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Title:Clinical translation of optical coherence tomography for the diagnosis of otitis media: validation and tracking of biofilms on the tympanic membrane and development of a novel automated classification and diagnostic platform
Author(s):Monroy, Guillermo Luciano
Director of Research:Boppart, Stephen A.
Doctoral Committee Chair(s):Boppart, Stephen A.
Doctoral Committee Member(s):Cunningham, Brian T.; Nguyen, Thanh Huong; Novak, Michael A.
Department / Program:Bioengineering
Degree Granting Institution:University of Illinois at Urbana-Champaign
Subject(s):Optical coherence tomography
otitis media
clinical translation
machine learning
diagnostic imaging
translational clinical research
optical engineering
machine learning
handheld probe
ear infections
portable systems
tympanic membrane
Abstract:Otitis media (OM), an infection of the middle ear, is one of the most common reasons for children to seek medical care and receive antibiotics. While typically identified and diagnosed through the visual examination of the ear with an otoscope, this method provides limited quantitative information and relies on the skill level of the observer. Previous investigation of pediatric subjects using optical coherence tomography (OCT), a noninvasive cross-sectional imaging modality that uses low-power near-infrared light to provide depth-resolved structural images of tissue, characterized and established normative bounds for in vivo acute and chronic OM infection states. While it is known that biofilms are present on the middle ear mucosa during chronic OM, similar microbial-related structures were observed to be affixed on the internal mucosal surface of the tympanic membrane (TM) using OCT. These structures have not been identified or analyzed by any characterization technique, or observed for the response to standard of care treatment of OM. Furthermore, OCT experts have been primarily responsible for the assessment of OCT images of OM, with little translation of this technique outside of well-controlled academic-led studies. This dissertation establishes (1) the presence and characterization of biofilms adhered to the TM through direct observation, sampling, and analysis, (2) tympanostomy tube surgery as an effective therapeutic treatment to clear biofilms on the TM, and finally demonstrates (3) automated classification methods to identify features of OM infection in OCT data. Collectively, these results provide new insight into the pathogenesis and treatment of OM and demonstrate new quantitative tools that are crucial to further disseminate OCT imaging as a diagnostic tool for OM.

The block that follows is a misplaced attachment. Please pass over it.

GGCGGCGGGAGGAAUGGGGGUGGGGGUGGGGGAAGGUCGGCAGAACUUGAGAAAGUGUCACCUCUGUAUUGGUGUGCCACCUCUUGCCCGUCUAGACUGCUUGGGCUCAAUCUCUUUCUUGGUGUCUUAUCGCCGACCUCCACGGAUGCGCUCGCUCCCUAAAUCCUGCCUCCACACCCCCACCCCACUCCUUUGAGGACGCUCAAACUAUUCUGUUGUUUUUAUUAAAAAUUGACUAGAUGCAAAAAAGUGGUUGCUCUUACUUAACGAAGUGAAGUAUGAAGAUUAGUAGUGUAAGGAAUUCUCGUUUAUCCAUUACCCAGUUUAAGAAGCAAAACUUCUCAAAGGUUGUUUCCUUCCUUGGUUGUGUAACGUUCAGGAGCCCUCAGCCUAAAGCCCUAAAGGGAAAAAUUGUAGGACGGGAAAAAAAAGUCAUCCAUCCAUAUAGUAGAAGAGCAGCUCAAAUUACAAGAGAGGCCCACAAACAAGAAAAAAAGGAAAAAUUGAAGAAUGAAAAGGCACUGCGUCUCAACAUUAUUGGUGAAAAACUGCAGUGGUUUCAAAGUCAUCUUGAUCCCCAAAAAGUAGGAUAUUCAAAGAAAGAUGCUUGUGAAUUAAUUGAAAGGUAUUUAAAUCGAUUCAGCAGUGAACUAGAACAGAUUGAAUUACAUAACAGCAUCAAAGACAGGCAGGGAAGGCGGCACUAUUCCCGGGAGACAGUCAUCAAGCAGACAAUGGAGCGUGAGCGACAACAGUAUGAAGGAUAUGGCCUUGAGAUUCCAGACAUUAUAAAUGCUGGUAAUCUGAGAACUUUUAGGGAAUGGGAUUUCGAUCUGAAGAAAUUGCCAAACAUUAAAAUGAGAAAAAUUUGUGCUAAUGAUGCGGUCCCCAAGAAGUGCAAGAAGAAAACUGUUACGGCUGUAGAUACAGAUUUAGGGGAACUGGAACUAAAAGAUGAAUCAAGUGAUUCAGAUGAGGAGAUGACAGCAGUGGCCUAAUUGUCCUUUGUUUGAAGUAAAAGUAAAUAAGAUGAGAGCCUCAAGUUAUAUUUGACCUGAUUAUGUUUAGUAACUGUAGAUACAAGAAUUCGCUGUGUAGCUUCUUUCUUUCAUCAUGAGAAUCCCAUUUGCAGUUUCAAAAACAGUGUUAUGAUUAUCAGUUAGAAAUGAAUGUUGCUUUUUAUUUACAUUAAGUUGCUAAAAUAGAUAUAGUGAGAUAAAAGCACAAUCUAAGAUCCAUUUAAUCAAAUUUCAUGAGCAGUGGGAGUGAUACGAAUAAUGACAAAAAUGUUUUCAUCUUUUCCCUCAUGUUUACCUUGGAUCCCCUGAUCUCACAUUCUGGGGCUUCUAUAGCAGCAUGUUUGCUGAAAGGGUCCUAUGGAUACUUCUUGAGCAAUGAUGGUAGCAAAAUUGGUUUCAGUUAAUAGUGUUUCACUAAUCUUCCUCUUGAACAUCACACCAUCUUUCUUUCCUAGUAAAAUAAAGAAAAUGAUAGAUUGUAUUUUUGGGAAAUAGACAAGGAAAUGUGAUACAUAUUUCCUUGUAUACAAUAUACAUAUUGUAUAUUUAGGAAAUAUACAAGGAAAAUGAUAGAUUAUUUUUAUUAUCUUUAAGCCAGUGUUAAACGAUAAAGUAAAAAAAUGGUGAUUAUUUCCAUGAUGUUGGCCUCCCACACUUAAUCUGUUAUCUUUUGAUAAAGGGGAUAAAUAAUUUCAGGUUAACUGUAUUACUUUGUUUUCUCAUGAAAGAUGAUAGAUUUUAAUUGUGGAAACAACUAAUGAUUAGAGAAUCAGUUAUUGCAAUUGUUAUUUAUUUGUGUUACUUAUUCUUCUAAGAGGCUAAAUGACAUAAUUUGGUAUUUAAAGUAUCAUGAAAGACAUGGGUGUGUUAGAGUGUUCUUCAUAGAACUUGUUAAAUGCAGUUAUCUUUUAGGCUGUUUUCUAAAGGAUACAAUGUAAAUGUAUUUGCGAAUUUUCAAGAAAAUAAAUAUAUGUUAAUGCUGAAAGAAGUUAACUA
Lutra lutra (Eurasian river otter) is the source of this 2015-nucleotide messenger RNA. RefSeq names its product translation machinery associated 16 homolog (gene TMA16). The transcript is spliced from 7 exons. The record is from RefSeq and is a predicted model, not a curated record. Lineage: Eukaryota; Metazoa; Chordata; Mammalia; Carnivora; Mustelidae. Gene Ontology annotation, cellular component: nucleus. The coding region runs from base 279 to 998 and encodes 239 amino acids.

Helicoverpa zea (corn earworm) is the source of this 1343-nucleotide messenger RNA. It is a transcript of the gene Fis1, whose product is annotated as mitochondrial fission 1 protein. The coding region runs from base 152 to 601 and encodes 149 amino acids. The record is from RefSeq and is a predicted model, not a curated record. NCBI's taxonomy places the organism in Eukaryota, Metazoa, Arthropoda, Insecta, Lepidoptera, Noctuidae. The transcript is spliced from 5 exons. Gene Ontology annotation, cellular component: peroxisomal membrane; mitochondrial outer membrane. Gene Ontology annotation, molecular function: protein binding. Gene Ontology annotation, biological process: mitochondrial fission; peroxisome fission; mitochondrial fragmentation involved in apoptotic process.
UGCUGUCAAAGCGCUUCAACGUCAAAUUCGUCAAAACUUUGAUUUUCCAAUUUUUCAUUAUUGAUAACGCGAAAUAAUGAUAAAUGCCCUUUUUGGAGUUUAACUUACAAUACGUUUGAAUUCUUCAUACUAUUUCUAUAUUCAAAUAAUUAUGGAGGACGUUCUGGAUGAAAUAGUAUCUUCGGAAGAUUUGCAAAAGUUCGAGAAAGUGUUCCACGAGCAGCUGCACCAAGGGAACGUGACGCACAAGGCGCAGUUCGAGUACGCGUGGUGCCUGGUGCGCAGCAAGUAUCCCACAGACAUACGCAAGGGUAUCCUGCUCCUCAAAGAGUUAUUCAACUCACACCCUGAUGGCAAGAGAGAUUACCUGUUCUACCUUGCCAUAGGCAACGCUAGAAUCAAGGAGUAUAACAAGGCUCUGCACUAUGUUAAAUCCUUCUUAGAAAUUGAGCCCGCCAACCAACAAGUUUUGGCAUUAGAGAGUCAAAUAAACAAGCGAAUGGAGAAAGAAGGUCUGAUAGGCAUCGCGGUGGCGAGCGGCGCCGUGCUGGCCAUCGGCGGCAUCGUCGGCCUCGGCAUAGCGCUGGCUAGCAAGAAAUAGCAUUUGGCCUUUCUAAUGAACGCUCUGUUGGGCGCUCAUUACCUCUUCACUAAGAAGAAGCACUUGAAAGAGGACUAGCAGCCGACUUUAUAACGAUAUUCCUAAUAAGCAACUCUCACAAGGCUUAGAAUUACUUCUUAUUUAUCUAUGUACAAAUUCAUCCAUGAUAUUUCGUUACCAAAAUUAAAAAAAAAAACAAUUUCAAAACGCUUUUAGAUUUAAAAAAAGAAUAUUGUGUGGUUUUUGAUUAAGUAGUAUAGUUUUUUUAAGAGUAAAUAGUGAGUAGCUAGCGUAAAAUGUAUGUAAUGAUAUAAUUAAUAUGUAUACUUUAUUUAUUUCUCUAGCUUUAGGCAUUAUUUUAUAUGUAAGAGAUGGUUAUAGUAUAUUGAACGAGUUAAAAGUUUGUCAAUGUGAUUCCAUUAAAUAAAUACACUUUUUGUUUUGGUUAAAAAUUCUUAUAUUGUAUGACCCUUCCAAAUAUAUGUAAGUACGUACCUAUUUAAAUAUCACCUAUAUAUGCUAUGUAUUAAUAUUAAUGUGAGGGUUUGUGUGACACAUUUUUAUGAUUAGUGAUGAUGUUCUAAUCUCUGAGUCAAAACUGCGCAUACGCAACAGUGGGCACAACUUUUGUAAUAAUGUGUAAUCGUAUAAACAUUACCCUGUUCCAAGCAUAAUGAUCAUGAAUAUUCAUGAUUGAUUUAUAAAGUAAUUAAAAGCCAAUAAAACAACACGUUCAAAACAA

Issue Date:2018-07-06
Rights Information:Copyright 2018 Guillermo L Monroy
Date Available in IDEALS:2018-09-27
Date Deposited:2018-08

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